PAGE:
Your support keeps us publishing. Follow this link to subscribe to our print magazine.

How Gig Economy Corporations Are Circumventing Spain’s Labour Laws

This week, Spain's 'rider law' came into force, requiring food delivery companies to recognise riders as workers – but big businesses are already finding ways to flout it in the interests of profit.

A cyclist working for the food delivery service Glovo rides on an empty street in Madrid, Spain. Credit: Carlos Alvarez / Getty Images

In May 2021, Spain became the first European country to legally recognise delivery riders as employees of platform companies and guarantee them trade union representation. The Spanish ‘rider law’ aims to protect an estimated seventeen thousand precarious workers who lack basic employment protections like a minimum wage, sick pay, and collective bargaining. Introduced by a coalition of the Socialist PSOE and Podemos, the legislation is an important test case for new Europe-wide legislation that could be introduced by the end of the year.

The law was announced amid much media fanfare — but the platform companies’ response also calls for a more sober assessment. The Spanish example demonstrates how difficult it is to regulate platform firms that are hell-bent on maintaining the status quo. These companies have already undermined and subverted regulations and employed various ‘work-arounds’ to avoid fully complying with the law.

This situation shows that regulation plays an important role in protecting workers, strengthening their position against bosses and providing the basis for a decent society. Organisation from below is important for making these laws effective. However, to understand the problem of tech companies only in terms of legislation and lawsuits would be to miss a key opportunity for transformative change. As well as fighting for tougher regulations on tech companies, we need to develop the collective power of workers — and imagine alternative systems that could replace corporate platforms with democratic alternatives.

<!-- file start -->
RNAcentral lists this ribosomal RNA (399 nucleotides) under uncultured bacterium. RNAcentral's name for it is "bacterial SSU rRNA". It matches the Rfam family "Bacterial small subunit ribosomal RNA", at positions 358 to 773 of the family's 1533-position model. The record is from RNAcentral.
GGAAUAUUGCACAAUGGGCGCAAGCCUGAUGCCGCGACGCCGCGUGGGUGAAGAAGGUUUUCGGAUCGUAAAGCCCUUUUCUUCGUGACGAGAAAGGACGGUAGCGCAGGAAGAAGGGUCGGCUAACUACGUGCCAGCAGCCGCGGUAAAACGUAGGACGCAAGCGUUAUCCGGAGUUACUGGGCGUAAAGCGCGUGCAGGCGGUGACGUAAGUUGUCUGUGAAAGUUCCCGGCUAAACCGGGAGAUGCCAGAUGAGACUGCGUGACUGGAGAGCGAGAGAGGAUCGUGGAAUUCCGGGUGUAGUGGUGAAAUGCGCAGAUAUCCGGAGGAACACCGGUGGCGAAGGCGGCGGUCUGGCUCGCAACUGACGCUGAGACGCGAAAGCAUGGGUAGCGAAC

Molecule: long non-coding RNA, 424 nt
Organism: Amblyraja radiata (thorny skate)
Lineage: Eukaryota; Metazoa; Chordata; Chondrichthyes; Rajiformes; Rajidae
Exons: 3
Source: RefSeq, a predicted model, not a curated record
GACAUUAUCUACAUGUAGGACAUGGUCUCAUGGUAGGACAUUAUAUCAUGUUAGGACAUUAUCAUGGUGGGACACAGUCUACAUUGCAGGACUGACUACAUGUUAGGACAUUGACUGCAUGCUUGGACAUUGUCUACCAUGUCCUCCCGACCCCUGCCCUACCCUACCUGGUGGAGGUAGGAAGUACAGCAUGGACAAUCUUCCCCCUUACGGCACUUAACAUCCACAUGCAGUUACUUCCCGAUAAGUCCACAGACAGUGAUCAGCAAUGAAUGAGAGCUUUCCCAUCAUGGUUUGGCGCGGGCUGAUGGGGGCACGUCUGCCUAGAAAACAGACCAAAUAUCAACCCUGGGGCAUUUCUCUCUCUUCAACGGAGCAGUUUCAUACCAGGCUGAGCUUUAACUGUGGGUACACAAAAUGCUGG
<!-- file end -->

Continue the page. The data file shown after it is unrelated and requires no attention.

The Platform Companies Strike Back

12 August marks the final day of a three-month grace period the platform companies were given to adapt to the new rules in Spain. The law follows a Supreme Court decision in September 2020 that ruled in favour of riders for delivery company Glovo, the nation’s largest food delivery service. The court found they could not be considered self-employed due to the degree of control the company had over their work activities. The new decree places a presumption of employment on delivery and distribution riders when a company exercises powers of management and control.

In theory, this means that companies like Deliveroo, Uber Eats, and Glovo will have to register drivers as employees — and pay them a monthly social-security payment toward their pensions. The reality, however, is that, over the past three months, only a handful of riders have been registered as employees of these companies.

Deliveroo has already announced that it will be pulling out of the Spanish market. As a relatively minor player in Spain, the company felt that to continue operations would require too much additional investment. Some might see this as a positive development. Perhaps the new regulations could put an end to an exploitative business model and show that these companies are simply unprofitable if they pay their workers properly. But many of these riders will migrate to an alternative platform where they face similar issues.

Glovo has stood defiant and will maintain 80 percent of its riders as self-employed — with plans to hire the remaining 20 percent (around two thousand people) as employees by the end of 2021. The company’s lawyers have devised a new system of algorithmic management designed to offer workers more control while maintaining their self-employed status. Critics like Rubén Ranz, an organiser for Spanish trade union UGT, are sceptical that this status is anything but flagrant disregard for the new law, given the continuation of what is essentially an employment relationship.

Uber Eats has employed another work-around by outsourcing its rider services to other companies — enabling it to avoid taking full responsibility for its workers. In the final days of negotiations, the platform companies squeezed in an allowance that they could use third-party subcontract services under the new law. This follows a model used widely in China as well as other countries, in which riders are engaged through external staffing agencies so the platforms have no obligation to pay workers social security.

The new law has increased costs for the platform companies and will likely benefit some workers. But the extensive carve-outs negotiated by the companies and their reluctance to fully comply with the law means more protracted legal battles will soon follow.

A New Gig Economy?